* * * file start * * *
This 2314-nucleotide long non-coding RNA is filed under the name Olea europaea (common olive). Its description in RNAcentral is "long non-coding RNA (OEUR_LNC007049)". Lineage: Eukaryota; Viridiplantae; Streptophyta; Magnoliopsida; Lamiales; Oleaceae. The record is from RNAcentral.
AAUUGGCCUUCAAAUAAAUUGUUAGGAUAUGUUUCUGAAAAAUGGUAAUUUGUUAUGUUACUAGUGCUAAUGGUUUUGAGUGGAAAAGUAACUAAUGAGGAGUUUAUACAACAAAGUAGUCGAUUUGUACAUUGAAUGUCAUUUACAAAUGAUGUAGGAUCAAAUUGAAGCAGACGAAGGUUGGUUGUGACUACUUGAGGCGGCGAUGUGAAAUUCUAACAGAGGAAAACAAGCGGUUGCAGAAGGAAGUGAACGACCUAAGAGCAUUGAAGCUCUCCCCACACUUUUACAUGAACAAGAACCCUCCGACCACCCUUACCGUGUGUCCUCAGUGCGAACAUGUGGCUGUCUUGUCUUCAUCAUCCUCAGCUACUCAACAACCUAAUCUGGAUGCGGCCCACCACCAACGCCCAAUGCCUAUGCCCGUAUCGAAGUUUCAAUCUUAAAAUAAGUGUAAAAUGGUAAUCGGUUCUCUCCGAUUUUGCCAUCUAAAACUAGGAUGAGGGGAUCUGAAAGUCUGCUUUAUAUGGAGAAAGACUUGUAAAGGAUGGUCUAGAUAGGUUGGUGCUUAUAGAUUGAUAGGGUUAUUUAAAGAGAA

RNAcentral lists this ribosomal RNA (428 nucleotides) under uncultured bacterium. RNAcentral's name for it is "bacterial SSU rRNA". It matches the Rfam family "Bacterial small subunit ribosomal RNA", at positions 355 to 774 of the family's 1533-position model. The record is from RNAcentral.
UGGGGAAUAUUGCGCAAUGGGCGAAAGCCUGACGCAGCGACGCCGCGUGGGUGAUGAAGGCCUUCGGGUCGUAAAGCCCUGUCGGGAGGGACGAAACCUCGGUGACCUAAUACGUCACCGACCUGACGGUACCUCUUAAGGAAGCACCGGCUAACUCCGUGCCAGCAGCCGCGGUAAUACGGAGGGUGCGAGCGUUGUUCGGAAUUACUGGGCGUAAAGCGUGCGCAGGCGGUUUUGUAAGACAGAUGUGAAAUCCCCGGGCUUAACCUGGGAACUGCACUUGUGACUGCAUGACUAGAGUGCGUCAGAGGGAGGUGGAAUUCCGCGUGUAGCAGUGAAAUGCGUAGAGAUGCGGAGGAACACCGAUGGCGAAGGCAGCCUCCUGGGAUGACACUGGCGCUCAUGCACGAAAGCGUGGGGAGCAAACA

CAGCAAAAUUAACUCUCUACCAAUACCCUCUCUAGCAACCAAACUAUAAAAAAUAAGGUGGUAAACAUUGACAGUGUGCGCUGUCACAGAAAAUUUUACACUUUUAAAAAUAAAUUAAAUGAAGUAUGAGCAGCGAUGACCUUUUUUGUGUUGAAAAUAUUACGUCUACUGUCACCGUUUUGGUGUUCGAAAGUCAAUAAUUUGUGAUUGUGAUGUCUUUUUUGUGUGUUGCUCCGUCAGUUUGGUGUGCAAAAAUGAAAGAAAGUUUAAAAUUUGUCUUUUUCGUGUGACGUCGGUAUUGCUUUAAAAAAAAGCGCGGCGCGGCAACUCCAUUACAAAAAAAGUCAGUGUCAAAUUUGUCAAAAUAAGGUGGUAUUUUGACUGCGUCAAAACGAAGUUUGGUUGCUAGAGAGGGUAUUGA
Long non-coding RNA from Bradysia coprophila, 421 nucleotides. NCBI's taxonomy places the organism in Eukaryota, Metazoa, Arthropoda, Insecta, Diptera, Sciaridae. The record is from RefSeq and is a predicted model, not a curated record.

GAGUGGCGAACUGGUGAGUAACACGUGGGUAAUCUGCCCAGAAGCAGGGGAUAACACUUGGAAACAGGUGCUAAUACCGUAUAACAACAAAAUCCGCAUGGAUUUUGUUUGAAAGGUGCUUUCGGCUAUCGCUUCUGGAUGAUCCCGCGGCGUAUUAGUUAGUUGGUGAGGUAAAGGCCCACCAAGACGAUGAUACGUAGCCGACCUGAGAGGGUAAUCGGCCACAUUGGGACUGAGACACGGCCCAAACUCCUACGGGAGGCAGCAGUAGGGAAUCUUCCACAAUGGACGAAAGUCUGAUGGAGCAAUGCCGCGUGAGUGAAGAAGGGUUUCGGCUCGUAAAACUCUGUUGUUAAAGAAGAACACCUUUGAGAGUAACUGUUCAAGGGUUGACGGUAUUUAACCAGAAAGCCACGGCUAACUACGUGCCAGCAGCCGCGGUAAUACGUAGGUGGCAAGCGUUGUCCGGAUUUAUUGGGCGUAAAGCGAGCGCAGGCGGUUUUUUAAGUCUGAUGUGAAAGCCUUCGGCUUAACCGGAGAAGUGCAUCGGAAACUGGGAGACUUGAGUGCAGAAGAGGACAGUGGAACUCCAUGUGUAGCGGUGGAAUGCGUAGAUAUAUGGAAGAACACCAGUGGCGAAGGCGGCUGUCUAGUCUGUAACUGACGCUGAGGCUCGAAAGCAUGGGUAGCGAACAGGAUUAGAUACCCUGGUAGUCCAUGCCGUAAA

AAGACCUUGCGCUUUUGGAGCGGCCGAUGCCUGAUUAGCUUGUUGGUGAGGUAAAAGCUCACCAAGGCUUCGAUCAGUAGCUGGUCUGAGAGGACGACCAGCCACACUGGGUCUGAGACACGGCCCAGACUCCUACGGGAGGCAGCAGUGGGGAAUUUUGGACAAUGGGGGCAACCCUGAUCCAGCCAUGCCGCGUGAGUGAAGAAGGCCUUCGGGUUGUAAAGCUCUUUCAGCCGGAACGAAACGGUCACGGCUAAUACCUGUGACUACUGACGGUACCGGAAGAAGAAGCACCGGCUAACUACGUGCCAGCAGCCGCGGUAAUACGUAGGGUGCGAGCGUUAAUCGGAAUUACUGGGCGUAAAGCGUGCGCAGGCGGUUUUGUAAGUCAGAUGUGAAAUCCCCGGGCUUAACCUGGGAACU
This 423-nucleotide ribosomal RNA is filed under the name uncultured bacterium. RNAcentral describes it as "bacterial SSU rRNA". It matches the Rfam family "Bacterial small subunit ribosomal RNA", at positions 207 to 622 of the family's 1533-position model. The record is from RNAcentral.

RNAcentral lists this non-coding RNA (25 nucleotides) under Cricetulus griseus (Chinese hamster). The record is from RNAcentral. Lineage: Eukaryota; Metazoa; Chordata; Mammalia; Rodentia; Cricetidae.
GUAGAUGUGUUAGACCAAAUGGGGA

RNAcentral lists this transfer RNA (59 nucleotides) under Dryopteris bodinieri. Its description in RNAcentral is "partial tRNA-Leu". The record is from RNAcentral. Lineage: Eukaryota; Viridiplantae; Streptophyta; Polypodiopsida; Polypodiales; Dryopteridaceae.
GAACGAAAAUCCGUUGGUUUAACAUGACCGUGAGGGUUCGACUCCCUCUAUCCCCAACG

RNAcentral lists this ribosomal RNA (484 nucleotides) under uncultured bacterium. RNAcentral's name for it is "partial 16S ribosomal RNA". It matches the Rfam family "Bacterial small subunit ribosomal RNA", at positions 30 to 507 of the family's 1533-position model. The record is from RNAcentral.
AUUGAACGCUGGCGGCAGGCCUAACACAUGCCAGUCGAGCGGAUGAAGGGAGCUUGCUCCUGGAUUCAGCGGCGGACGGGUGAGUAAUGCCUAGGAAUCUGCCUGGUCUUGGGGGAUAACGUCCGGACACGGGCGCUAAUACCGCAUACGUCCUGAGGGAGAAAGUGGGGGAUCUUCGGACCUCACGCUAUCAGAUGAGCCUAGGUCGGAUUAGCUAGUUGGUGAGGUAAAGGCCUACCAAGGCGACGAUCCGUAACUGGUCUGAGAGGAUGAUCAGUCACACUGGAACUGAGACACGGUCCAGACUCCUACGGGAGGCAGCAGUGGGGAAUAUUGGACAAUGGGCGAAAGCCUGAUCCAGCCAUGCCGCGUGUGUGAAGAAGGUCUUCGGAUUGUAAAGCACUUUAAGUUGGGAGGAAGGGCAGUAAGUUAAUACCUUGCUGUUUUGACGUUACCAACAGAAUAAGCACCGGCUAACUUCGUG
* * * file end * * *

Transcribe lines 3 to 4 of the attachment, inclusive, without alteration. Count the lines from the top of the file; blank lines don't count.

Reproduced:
RNAcentral lists this ribosomal RNA (428 nucleotides) under uncultured bacterium. RNAcentral's name for it is "bacterial SSU rRNA". It matches the Rfam family "Bacterial small subunit ribosomal RNA", at positions 355 to 774 of the family's 1533-position model. The record is from RNAcentral.
UGGGGAAUAUUGCGCAAUGGGCGAAAGCCUGACGCAGCGACGCCGCGUGGGUGAUGAAGGCCUUCGGGUCGUAAAGCCCUGUCGGGAGGGACGAAACCUCGGUGACCUAAUACGUCACCGACCUGACGGUACCUCUUAAGGAAGCACCGGCUAACUCCGUGCCAGCAGCCGCGGUAAUACGGAGGGUGCGAGCGUUGUUCGGAAUUACUGGGCGUAAAGCGUGCGCAGGCGGUUUUGUAAGACAGAUGUGAAAUCCCCGGGCUUAACCUGGGAACUGCACUUGUGACUGCAUGACUAGAGUGCGUCAGAGGGAGGUGGAAUUCCGCGUGUAGCAGUGAAAUGCGUAGAGAUGCGGAGGAACACCGAUGGCGAAGGCAGCCUCCUGGGAUGACACUGGCGCUCAUGCACGAAAGCGUGGGGAGCAAACA